The syndesmosis bunionectomy

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  In January of 2017, Dr. Doug and his daughter Molly (a pre-podiatry student) traveled to Hong Kong to visit Daniel Wu, a Canadian trained orthopedic surgeon.  Dr. Wu has been performing a unique bunionectomy surgery for over 20 years, and while his results are remarkable, the procedure has never really taken off in the United States.  What Dr. Doug witnessed was truly remarkable: postoperative bunionectomy patients, who had both feet operated on, were walking into Dr. Wu's office two weeks after surgery for their first postop visit!   Dr. Doug observed firsthand the surgery and follow up of severe bunions with this technique.

   Dr. Wu's procedure is a 'syndesmosis bunionectomy' that does not require cutting or breaking the bone, unlike almost all other bunionectomy procedures.  The metatarsal deformity is manually realigned and held in place with ultra high strength suture while the formation of a ‘new’ ligament between the metatarsals is facilitated with special 'fishscaling' techniques of the adjacent metatarsals and application of platelet rich fibrin. While walking is permitted from day one, it is necessary to avoid too much walking. There is a maximum # of steps per day that are allowed and a reduced rate of walking which are crucial for healing.  It is 4-6 months before running or brisk walking for fitness can be done.  

   This bunionectomy technique not only corrects the deformity with less surgical trauma, but returns the foot back to its 'anatomically normal' form in ways no other procedure involving bone cuts or fusions can.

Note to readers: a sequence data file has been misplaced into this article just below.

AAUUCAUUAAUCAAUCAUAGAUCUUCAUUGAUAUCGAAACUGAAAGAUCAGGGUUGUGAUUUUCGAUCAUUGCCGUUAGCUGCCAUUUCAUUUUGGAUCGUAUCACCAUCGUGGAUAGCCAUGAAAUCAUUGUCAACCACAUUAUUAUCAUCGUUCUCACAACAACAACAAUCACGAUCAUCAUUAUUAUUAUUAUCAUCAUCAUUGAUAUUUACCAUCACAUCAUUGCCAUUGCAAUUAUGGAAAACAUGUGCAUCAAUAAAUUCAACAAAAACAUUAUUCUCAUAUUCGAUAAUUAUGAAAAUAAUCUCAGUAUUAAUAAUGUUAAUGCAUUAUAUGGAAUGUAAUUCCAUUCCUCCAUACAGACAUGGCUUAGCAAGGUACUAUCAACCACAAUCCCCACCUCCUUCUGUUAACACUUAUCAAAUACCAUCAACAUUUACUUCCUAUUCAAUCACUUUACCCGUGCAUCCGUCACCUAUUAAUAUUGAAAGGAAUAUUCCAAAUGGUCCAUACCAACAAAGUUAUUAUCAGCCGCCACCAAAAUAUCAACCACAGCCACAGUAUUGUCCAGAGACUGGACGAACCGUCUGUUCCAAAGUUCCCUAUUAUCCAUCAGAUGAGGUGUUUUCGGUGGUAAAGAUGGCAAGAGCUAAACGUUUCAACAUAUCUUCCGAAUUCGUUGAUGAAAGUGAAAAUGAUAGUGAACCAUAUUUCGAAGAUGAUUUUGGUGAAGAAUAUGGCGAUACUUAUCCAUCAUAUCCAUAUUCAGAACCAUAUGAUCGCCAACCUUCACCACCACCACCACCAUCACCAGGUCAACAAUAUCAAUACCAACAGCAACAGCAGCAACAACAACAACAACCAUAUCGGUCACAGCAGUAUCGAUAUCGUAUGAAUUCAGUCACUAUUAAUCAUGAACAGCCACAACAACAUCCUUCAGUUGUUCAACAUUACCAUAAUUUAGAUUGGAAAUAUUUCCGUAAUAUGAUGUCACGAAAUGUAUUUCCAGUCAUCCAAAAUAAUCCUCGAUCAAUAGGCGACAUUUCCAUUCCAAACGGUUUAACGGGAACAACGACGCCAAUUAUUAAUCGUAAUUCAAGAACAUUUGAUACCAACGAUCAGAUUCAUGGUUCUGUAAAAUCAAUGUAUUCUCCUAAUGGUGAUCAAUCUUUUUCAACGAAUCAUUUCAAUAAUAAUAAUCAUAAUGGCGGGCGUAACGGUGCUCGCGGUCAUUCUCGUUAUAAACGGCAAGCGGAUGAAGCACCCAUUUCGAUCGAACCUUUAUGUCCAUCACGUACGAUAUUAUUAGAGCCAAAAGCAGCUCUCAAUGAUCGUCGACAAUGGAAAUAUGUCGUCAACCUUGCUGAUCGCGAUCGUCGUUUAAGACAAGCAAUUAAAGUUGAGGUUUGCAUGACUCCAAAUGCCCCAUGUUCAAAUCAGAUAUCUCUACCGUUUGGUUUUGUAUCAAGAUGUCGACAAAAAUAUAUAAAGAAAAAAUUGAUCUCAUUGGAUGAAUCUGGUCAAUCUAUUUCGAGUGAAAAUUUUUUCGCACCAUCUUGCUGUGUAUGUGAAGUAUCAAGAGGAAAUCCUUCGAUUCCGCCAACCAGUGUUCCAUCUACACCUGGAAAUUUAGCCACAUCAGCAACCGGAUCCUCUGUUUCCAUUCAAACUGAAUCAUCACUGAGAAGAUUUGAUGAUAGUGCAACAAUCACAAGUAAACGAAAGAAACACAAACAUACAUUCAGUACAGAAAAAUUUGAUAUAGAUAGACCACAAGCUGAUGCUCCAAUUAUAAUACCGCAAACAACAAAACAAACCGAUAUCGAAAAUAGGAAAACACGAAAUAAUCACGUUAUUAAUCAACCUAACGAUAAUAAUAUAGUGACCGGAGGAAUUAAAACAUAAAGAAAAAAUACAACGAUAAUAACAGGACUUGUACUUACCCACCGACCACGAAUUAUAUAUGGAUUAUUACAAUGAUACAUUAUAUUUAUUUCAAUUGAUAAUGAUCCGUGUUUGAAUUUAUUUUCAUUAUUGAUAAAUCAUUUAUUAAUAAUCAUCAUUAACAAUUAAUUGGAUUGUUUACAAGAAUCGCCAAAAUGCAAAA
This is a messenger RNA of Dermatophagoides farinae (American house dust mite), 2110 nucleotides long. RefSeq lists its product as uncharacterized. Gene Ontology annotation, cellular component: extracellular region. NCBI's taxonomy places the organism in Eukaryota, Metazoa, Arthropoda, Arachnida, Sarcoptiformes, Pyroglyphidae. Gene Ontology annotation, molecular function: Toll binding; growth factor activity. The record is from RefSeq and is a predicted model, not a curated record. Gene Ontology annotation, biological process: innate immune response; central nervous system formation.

Dr. Ichikawa began early trials of this surgery on select patients beginning in 2017.  It is his hope that this will quickly replace the traditional 'bone cutting' surgeries that are popular today. 

Currently there is only one other surgeon worldwide performing this procedure, Dr. Dieter Fellner, in New York City. 

Click the black box below to visit Daniel Wu, MD's website  from Hong Kong featuring the syndesmosis procedure.


Why is the syndesmosis bunionectomy superior to other procedures?

It’s natural:

The syndesmosis bunionectomy is the the only procedure for bunion reduction that will give true 'anatomical' or naturally correct orientation and length to all the metatarsals. With other procedures, the 1st metatarsal and sometimes 2nd metatarsal are cut, realigned and fixated in the new position with hardware. This will often shorten the bone and place increased pressure on adjacent metatarsals

It’s kinder and gentler:

Without the cutting or bone or fusing of joints, the pain and inflammation from this procedure are significantly reduced. Patients with experience in both have said it is about 1/4 the pain and inflammation of a bone cut surgery. The recovery will allow for immediate weight bearing, but overall waiting for brisk walking and running is still long!

Long term study:

This procedure has been extensively studied by Dr. Daniel Wu, including 5 year followups, all with very good results. His studies are reference at the bottom of this page.

Bilateral (both feet) surgery is possible:

Since weight can be put on the surgical foot immediately afterwards, it is possible (although a bit of work!) to have both feet done at the same time. There is huge savings in medical and time off work costs associated with this. There is a nice photo essay on a patient’s journey through bilateral bunion surgery at the bottom of this page.

No osteotomy (bone cutting) complications: